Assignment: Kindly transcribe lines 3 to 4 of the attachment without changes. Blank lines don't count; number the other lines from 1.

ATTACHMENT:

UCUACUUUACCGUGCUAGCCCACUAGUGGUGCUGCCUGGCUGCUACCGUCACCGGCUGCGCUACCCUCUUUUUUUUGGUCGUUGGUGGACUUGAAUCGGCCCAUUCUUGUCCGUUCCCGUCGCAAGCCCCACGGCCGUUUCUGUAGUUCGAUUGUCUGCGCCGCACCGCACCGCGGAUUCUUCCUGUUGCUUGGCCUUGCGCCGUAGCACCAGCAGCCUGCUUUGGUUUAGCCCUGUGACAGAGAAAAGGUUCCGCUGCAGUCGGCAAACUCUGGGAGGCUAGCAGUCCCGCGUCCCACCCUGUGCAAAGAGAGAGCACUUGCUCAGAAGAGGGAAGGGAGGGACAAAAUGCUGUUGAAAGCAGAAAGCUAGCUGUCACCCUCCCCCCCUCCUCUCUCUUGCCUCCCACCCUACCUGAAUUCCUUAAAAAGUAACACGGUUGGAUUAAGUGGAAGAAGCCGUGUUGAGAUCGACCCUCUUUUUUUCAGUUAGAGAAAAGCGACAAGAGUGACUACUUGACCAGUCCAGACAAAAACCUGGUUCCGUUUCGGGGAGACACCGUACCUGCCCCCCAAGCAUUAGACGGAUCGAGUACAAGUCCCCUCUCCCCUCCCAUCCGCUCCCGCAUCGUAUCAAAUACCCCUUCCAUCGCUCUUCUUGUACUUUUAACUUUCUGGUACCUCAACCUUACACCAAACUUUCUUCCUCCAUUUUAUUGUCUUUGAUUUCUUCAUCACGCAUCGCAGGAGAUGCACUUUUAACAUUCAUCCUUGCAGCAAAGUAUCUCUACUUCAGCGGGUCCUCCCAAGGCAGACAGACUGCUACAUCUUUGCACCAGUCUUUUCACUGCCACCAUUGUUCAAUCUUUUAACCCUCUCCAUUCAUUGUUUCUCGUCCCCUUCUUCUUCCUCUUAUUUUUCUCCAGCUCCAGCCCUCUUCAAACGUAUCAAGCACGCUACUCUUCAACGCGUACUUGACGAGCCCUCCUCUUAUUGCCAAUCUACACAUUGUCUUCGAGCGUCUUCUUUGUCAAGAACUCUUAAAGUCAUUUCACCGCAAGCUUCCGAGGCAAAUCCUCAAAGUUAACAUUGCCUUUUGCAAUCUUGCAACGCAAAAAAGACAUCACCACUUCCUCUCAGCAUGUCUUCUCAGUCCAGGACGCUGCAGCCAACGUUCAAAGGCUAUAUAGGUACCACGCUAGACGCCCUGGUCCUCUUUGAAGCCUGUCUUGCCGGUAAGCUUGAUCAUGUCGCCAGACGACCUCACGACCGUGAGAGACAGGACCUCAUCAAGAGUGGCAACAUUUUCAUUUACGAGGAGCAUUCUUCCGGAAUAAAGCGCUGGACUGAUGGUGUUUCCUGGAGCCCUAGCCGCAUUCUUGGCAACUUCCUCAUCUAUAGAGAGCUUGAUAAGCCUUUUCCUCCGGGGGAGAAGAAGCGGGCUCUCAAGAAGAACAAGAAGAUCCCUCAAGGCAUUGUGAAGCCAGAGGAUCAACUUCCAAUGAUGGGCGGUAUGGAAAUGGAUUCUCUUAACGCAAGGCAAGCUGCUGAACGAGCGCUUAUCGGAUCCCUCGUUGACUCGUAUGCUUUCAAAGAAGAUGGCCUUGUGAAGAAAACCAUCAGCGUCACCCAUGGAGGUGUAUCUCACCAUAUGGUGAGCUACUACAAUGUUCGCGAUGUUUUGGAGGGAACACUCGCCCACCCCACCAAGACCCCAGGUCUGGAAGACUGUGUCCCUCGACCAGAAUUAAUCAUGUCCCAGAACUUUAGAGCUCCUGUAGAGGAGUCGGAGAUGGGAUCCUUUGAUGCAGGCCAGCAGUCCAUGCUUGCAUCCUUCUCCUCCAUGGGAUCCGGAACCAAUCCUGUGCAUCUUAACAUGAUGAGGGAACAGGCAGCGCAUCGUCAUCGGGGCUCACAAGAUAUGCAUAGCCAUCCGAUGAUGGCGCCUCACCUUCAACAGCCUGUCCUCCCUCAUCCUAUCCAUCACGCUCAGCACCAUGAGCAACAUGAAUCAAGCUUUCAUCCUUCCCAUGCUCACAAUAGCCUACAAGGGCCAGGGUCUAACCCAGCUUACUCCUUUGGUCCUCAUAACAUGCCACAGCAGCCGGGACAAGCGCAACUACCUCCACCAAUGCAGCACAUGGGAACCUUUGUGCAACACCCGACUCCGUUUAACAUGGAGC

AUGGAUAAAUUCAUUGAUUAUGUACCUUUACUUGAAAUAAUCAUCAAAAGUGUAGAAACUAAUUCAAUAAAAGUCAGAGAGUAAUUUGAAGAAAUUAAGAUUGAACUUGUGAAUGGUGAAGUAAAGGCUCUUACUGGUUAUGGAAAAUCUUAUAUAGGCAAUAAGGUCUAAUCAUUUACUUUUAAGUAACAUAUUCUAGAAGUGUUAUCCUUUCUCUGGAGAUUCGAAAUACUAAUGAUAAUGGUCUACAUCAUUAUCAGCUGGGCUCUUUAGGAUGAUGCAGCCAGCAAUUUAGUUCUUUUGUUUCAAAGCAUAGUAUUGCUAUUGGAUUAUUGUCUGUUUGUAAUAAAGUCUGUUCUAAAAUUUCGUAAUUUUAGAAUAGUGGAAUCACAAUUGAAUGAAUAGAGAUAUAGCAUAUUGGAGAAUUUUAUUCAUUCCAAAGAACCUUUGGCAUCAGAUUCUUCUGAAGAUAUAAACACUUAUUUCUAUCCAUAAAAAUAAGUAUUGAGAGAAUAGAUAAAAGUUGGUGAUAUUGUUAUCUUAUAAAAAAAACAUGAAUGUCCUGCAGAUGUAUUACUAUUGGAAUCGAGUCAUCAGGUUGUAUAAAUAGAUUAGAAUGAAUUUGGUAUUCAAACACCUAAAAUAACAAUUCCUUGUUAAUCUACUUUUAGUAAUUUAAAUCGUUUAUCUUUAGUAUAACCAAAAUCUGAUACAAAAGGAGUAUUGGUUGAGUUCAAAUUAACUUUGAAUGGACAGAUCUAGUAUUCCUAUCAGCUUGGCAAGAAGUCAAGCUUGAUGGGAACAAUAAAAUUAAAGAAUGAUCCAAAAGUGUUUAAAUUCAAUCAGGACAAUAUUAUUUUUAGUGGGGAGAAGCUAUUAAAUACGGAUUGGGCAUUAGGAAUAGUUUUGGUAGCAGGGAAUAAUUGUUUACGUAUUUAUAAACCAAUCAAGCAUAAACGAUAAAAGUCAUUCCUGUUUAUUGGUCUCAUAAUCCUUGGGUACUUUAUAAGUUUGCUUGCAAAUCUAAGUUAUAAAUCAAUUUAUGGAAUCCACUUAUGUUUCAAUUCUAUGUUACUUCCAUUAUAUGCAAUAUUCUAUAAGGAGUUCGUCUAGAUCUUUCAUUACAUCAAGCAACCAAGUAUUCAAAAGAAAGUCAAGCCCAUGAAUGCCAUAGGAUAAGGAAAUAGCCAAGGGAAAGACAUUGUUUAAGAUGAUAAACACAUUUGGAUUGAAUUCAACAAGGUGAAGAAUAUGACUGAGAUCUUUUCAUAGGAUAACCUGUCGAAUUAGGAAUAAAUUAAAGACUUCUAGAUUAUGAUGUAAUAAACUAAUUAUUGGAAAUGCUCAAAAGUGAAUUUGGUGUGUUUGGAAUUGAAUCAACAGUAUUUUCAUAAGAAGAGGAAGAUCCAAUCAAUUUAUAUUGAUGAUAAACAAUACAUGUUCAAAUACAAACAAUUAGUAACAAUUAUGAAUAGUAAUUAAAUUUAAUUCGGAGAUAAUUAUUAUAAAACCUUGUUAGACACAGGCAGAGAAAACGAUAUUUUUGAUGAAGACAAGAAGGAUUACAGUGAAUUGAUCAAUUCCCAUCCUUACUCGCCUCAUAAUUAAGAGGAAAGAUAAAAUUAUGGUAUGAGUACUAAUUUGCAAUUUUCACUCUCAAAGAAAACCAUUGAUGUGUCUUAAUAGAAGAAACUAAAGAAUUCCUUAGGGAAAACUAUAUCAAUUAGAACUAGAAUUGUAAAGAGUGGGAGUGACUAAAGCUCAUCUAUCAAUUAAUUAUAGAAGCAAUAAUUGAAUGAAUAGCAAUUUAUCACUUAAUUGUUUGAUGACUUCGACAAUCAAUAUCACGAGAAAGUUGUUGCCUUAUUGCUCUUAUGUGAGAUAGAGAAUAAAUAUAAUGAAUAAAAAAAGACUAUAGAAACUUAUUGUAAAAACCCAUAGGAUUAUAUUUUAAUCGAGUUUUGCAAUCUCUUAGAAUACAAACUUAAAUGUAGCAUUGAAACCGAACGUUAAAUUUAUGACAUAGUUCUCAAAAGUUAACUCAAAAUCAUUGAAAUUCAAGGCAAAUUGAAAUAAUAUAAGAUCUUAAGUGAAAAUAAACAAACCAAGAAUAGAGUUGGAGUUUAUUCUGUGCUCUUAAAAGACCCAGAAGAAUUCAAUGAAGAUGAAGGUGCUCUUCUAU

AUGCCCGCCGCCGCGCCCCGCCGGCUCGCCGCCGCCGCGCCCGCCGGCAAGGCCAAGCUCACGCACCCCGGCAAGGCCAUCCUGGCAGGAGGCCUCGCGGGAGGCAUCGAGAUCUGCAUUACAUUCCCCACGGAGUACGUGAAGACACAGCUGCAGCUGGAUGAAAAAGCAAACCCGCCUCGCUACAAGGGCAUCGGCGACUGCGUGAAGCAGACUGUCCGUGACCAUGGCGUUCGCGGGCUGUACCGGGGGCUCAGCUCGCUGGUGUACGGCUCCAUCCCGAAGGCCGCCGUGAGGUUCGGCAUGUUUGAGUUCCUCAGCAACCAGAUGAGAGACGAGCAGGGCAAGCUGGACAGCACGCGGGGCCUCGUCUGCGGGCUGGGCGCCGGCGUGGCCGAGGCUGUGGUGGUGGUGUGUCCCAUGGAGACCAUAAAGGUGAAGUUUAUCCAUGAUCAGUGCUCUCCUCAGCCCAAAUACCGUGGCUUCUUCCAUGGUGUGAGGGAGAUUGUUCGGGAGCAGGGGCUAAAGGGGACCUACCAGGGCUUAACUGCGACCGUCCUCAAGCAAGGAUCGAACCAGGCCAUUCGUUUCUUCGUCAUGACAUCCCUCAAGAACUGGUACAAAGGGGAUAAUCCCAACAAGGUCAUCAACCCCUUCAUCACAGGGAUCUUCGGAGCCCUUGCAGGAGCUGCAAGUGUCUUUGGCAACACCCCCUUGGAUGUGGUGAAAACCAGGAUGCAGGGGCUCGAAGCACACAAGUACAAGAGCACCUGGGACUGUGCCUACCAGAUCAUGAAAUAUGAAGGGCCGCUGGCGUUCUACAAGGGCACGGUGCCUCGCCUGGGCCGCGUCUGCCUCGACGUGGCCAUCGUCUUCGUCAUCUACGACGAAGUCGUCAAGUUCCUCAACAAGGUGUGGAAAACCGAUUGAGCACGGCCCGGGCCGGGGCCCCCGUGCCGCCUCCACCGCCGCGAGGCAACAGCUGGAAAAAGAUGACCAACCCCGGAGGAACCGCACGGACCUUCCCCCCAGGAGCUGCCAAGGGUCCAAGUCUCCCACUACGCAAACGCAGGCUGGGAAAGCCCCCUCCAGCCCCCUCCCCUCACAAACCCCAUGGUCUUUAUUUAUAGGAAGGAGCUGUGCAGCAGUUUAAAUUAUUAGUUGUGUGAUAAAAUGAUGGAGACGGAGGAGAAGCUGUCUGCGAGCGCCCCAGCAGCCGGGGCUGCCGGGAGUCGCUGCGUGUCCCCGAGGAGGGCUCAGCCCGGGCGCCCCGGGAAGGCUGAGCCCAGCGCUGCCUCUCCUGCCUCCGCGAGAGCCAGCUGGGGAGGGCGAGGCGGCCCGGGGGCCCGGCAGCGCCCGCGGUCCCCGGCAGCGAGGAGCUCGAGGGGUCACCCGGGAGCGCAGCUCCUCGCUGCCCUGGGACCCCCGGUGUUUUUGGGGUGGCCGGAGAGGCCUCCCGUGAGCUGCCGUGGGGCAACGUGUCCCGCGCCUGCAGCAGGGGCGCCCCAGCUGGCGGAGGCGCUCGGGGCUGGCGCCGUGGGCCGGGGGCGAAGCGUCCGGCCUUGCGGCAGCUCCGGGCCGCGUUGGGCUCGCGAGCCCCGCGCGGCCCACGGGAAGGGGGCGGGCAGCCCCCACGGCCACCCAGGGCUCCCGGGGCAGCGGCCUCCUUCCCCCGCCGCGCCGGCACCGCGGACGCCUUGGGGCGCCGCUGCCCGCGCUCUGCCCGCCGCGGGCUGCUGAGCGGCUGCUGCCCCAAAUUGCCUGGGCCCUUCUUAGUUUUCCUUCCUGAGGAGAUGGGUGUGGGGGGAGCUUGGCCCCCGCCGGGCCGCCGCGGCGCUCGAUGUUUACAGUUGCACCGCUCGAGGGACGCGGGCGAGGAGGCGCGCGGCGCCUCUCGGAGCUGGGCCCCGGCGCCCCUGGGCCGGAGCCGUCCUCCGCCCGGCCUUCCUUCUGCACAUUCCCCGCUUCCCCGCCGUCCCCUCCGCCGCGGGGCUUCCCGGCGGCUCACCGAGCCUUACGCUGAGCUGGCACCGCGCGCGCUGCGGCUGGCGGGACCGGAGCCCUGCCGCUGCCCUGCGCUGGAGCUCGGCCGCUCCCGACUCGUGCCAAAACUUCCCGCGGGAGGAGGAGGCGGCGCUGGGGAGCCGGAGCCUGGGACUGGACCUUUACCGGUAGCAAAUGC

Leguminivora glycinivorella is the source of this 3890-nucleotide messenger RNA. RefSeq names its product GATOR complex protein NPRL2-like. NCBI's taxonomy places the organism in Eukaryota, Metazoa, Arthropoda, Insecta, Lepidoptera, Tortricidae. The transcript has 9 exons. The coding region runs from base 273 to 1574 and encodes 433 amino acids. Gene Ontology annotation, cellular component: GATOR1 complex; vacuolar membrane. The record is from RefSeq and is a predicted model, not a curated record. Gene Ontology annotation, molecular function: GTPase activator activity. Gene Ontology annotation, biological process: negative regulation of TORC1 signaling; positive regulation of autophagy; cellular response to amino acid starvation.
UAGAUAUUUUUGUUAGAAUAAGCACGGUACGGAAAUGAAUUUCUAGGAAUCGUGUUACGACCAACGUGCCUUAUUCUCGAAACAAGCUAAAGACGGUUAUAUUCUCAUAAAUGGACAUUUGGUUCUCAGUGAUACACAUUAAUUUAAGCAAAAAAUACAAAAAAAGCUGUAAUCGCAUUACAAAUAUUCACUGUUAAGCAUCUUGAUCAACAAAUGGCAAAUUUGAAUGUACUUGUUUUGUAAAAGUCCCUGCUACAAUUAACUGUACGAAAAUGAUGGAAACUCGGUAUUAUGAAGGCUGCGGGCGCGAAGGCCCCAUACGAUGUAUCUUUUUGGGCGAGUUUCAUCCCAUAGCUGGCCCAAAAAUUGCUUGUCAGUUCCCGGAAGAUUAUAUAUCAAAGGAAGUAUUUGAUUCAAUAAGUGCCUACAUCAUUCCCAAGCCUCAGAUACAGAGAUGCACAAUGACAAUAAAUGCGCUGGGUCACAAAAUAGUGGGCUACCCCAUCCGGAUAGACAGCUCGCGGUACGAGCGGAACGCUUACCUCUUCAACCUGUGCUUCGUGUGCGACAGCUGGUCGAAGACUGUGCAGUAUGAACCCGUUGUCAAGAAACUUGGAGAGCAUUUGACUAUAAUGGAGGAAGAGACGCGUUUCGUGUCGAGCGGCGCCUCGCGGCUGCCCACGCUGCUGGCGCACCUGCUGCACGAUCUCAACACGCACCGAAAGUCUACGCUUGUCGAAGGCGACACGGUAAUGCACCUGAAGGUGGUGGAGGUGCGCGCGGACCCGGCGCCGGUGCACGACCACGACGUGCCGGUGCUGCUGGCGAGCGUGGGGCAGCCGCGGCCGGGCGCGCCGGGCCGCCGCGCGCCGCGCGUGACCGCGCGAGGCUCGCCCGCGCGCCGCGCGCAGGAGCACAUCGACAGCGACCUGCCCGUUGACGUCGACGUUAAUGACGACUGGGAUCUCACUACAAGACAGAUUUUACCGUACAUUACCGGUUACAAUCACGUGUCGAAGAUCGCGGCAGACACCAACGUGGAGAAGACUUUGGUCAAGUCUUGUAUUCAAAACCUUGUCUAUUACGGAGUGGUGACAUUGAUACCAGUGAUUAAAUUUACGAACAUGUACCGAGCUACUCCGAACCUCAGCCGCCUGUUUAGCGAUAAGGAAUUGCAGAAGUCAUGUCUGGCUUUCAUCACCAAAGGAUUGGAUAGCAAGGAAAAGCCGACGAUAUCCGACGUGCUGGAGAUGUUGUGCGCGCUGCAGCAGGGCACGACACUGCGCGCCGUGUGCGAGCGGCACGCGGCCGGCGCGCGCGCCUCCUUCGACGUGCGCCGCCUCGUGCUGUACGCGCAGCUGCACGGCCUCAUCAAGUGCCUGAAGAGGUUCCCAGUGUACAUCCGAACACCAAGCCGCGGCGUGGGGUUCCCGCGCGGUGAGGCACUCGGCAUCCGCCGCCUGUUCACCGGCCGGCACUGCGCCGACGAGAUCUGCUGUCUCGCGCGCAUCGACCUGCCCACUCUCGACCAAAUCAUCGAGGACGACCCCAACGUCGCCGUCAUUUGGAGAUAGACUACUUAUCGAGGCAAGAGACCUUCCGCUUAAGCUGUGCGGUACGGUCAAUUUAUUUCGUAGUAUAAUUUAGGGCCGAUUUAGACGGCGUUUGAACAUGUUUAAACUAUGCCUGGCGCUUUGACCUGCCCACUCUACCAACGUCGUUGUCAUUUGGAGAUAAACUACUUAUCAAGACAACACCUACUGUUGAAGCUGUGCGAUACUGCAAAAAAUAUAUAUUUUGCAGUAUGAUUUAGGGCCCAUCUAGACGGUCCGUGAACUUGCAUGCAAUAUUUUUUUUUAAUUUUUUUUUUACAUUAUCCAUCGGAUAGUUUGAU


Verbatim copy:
AUGCCCGCCGCCGCGCCCCGCCGGCUCGCCGCCGCCGCGCCCGCCGGCAAGGCCAAGCUCACGCACCCCGGCAAGGCCAUCCUGGCAGGAGGCCUCGCGGGAGGCAUCGAGAUCUGCAUUACAUUCCCCACGGAGUACGUGAAGACACAGCUGCAGCUGGAUGAAAAAGCAAACCCGCCUCGCUACAAGGGCAUCGGCGACUGCGUGAAGCAGACUGUCCGUGACCAUGGCGUUCGCGGGCUGUACCGGGGGCUCAGCUCGCUGGUGUACGGCUCCAUCCCGAAGGCCGCCGUGAGGUUCGGCAUGUUUGAGUUCCUCAGCAACCAGAUGAGAGACGAGCAGGGCAAGCUGGACAGCACGCGGGGCCUCGUCUGCGGGCUGGGCGCCGGCGUGGCCGAGGCUGUGGUGGUGGUGUGUCCCAUGGAGACCAUAAAGGUGAAGUUUAUCCAUGAUCAGUGCUCUCCUCAGCCCAAAUACCGUGGCUUCUUCCAUGGUGUGAGGGAGAUUGUUCGGGAGCAGGGGCUAAAGGGGACCUACCAGGGCUUAACUGCGACCGUCCUCAAGCAAGGAUCGAACCAGGCCAUUCGUUUCUUCGUCAUGACAUCCCUCAAGAACUGGUACAAAGGGGAUAAUCCCAACAAGGUCAUCAACCCCUUCAUCACAGGGAUCUUCGGAGCCCUUGCAGGAGCUGCAAGUGUCUUUGGCAACACCCCCUUGGAUGUGGUGAAAACCAGGAUGCAGGGGCUCGAAGCACACAAGUACAAGAGCACCUGGGACUGUGCCUACCAGAUCAUGAAAUAUGAAGGGCCGCUGGCGUUCUACAAGGGCACGGUGCCUCGCCUGGGCCGCGUCUGCCUCGACGUGGCCAUCGUCUUCGUCAUCUACGACGAAGUCGUCAAGUUCCUCAACAAGGUGUGGAAAACCGAUUGAGCACGGCCCGGGCCGGGGCCCCCGUGCCGCCUCCACCGCCGCGAGGCAACAGCUGGAAAAAGAUGACCAACCCCGGAGGAACCGCACGGACCUUCCCCCCAGGAGCUGCCAAGGGUCCAAGUCUCCCACUACGCAAACGCAGGCUGGGAAAGCCCCCUCCAGCCCCCUCCCCUCACAAACCCCAUGGUCUUUAUUUAUAGGAAGGAGCUGUGCAGCAGUUUAAAUUAUUAGUUGUGUGAUAAAAUGAUGGAGACGGAGGAGAAGCUGUCUGCGAGCGCCCCAGCAGCCGGGGCUGCCGGGAGUCGCUGCGUGUCCCCGAGGAGGGCUCAGCCCGGGCGCCCCGGGAAGGCUGAGCCCAGCGCUGCCUCUCCUGCCUCCGCGAGAGCCAGCUGGGGAGGGCGAGGCGGCCCGGGGGCCCGGCAGCGCCCGCGGUCCCCGGCAGCGAGGAGCUCGAGGGGUCACCCGGGAGCGCAGCUCCUCGCUGCCCUGGGACCCCCGGUGUUUUUGGGGUGGCCGGAGAGGCCUCCCGUGAGCUGCCGUGGGGCAACGUGUCCCGCGCCUGCAGCAGGGGCGCCCCAGCUGGCGGAGGCGCUCGGGGCUGGCGCCGUGGGCCGGGGGCGAAGCGUCCGGCCUUGCGGCAGCUCCGGGCCGCGUUGGGCUCGCGAGCCCCGCGCGGCCCACGGGAAGGGGGCGGGCAGCCCCCACGGCCACCCAGGGCUCCCGGGGCAGCGGCCUCCUUCCCCCGCCGCGCCGGCACCGCGGACGCCUUGGGGCGCCGCUGCCCGCGCUCUGCCCGCCGCGGGCUGCUGAGCGGCUGCUGCCCCAAAUUGCCUGGGCCCUUCUUAGUUUUCCUUCCUGAGGAGAUGGGUGUGGGGGGAGCUUGGCCCCCGCCGGGCCGCCGCGGCGCUCGAUGUUUACAGUUGCACCGCUCGAGGGACGCGGGCGAGGAGGCGCGCGGCGCCUCUCGGAGCUGGGCCCCGGCGCCCCUGGGCCGGAGCCGUCCUCCGCCCGGCCUUCCUUCUGCACAUUCCCCGCUUCCCCGCCGUCCCCUCCGCCGCGGGGCUUCCCGGCGGCUCACCGAGCCUUACGCUGAGCUGGCACCGCGCGCGCUGCGGCUGGCGGGACCGGAGCCCUGCCGCUGCCCUGCGCUGGAGCUCGGCCGCUCCCGACUCGUGCCAAAACUUCCCGCGGGAGGAGGAGGCGGCGCUGGGGAGCCGGAGCCUGGGACUGGACCUUUACCGGUAGCAAAUGC

Leguminivora glycinivorella is the source of this 3890-nucleotide messenger RNA. RefSeq names its product GATOR complex protein NPRL2-like. NCBI's taxonomy places the organism in Eukaryota, Metazoa, Arthropoda, Insecta, Lepidoptera, Tortricidae. The transcript has 9 exons. The coding region runs from base 273 to 1574 and encodes 433 amino acids. Gene Ontology annotation, cellular component: GATOR1 complex; vacuolar membrane. The record is from RefSeq and is a predicted model, not a curated record. Gene Ontology annotation, molecular function: GTPase activator activity. Gene Ontology annotation, biological process: negative regulation of TORC1 signaling; positive regulation of autophagy; cellular response to amino acid starvation.